Dental Mesenchymal Stem Cells in Inflamed Microenvironment: Potentials and Challenges for Regeneration
Adult dental mesenchymal stem cells (DMSCs) are multi-potent stem cells that are involved
in dental tissue repair and regeneration. DMSCs are able to differentiate into multiple lineages, including
odontogenic, osteogenic, neurogenic, adipogenic, chondrogenic, hepatogenic lineages and insulinproducing
cells. However, the DMSCs from functioning, impacted or exfoliated teeth may not be
available when needed. Recently, DMSCs have been found in pulpal, periapical and periodontal tissue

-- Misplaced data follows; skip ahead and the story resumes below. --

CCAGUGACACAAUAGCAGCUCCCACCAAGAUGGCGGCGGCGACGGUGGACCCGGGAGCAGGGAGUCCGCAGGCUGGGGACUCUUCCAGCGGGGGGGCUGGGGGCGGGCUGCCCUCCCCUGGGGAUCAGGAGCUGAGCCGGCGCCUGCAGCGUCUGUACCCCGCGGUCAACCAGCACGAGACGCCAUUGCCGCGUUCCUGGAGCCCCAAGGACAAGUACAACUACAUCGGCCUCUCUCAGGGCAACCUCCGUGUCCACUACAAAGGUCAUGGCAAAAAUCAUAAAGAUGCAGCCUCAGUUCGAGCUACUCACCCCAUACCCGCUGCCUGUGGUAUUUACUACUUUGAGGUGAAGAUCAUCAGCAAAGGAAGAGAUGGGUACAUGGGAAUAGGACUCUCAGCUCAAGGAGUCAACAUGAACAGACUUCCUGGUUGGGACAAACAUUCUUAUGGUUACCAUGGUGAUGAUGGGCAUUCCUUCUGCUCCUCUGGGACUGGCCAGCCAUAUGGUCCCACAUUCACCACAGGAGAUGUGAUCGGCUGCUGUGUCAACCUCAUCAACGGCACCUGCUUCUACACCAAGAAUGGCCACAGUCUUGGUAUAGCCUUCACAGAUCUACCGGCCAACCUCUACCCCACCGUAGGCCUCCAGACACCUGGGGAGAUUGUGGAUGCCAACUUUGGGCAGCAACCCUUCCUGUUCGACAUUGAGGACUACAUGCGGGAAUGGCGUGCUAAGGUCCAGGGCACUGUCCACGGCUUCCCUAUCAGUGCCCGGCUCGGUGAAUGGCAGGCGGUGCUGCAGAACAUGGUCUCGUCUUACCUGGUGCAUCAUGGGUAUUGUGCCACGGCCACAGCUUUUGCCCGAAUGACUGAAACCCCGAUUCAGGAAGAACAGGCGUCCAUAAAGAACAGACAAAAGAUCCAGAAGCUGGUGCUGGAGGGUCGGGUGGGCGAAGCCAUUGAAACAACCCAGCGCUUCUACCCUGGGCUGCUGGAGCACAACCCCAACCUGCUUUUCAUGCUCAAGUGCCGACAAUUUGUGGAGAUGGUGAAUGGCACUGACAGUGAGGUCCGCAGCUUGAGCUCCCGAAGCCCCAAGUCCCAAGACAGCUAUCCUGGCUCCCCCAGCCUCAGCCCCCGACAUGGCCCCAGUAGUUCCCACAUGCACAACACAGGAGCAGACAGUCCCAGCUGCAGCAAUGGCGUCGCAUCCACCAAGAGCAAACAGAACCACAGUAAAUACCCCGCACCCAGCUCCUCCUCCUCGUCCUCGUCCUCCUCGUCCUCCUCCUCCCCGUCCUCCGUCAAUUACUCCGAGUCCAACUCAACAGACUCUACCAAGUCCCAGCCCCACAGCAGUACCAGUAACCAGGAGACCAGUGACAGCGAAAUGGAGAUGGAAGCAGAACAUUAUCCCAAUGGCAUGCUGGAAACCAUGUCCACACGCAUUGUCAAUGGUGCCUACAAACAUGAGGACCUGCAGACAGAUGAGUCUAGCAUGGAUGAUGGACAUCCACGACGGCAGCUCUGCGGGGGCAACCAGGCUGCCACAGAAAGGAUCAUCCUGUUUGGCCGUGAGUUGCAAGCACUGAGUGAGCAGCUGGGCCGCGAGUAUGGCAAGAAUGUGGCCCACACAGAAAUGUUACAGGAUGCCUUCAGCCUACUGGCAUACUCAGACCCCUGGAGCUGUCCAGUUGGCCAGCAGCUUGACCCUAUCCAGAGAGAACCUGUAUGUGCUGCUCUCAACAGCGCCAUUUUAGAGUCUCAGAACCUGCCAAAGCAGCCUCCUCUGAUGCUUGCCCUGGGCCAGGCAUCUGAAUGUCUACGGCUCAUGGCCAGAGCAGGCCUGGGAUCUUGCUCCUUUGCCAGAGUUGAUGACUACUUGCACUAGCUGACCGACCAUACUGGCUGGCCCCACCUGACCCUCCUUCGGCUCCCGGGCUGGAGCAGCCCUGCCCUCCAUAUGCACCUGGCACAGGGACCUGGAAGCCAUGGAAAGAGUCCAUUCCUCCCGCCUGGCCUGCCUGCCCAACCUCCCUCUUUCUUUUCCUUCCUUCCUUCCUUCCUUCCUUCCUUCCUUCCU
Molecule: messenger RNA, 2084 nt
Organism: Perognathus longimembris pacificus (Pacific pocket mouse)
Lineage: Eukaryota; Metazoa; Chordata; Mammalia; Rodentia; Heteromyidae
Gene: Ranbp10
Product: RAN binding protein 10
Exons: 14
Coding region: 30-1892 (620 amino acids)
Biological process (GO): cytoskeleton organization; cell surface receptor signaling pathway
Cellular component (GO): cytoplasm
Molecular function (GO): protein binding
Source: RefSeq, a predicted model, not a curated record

with inflammation from deciduous and immature/mature permanent teeth. DMSCs from inflamed tissue
(iDMSCs) possess typical stem cell characteristics while they showing varied properties. Whether iDMSCs are comparable
to healthy DMSCs and can be used for regeneration are not clear. Studies on the impact of infection/inflammation
in the local microenvironment on DMSCs are widely conducted to investigate the specific influences and underlying
mechanisms in vitro and in vivo. In this review, we introduced the discovery of iDMSCs from different sources, and also
discussed the influence of dental inflammation and associated immune responses, particularly the effect from lipopolysaccharide
(LPS) stimulation, on local DMSCs. In addition, the effects of dental procedures and materials on DMSCs are discussed.
Keywords: Dental mesenchymal stem cells, inflammation, lipopolysaccharide, regeneration.
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